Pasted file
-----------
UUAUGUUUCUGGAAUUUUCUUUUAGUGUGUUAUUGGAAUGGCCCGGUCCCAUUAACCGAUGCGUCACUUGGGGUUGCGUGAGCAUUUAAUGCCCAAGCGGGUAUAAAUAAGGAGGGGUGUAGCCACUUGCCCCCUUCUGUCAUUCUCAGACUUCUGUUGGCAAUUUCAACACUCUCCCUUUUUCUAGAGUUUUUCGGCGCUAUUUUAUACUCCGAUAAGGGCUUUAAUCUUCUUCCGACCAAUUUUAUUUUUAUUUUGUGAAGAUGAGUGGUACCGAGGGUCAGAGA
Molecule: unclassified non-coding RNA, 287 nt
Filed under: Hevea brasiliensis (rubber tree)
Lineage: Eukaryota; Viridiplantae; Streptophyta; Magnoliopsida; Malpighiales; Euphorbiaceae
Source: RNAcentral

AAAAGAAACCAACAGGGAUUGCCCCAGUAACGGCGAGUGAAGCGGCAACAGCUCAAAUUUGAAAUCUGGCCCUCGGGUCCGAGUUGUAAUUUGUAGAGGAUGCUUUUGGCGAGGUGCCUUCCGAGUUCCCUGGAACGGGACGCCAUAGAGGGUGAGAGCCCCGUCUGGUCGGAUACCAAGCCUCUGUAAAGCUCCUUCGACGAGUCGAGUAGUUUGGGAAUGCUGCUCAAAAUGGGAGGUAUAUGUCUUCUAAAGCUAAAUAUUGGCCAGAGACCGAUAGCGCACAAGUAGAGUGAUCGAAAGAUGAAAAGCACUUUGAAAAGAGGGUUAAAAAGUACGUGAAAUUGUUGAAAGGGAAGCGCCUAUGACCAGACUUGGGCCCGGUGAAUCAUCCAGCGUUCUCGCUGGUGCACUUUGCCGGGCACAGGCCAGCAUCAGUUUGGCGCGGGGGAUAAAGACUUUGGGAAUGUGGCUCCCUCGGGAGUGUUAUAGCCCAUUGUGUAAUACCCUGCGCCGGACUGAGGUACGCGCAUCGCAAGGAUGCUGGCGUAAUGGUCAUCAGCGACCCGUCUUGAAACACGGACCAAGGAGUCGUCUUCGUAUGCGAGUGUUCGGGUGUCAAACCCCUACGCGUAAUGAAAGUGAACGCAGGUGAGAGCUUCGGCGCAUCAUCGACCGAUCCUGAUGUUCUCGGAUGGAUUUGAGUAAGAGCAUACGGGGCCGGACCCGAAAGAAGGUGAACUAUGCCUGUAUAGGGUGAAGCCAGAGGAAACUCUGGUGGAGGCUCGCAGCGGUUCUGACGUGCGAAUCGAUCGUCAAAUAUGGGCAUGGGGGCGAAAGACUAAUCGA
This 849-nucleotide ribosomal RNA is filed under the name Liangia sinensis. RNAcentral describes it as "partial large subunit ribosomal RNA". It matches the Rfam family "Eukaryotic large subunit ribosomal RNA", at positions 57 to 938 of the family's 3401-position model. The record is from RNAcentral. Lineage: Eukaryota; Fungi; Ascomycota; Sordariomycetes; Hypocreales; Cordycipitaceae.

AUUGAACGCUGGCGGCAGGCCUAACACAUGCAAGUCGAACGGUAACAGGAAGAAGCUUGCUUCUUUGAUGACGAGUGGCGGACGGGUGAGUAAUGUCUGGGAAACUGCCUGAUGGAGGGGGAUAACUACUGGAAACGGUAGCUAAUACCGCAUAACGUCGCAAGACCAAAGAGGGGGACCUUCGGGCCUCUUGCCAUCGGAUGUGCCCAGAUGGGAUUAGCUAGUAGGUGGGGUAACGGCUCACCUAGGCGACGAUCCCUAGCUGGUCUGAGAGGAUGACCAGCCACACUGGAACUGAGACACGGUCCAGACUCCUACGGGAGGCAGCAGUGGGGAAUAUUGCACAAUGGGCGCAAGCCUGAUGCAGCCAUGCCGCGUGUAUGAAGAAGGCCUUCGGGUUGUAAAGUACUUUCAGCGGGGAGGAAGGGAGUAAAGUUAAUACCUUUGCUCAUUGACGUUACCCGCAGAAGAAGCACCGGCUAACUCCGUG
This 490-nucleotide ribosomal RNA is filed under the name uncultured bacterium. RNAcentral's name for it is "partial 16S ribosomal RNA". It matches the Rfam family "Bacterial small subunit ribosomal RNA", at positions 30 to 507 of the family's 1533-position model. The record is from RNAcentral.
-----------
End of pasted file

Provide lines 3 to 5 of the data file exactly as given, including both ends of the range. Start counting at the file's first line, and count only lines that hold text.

Filed under: Hevea brasiliensis (rubber tree)
Lineage: Eukaryota; Viridiplantae; Streptophyta; Magnoliopsida; Malpighiales; Euphorbiaceae
Source: RNAcentral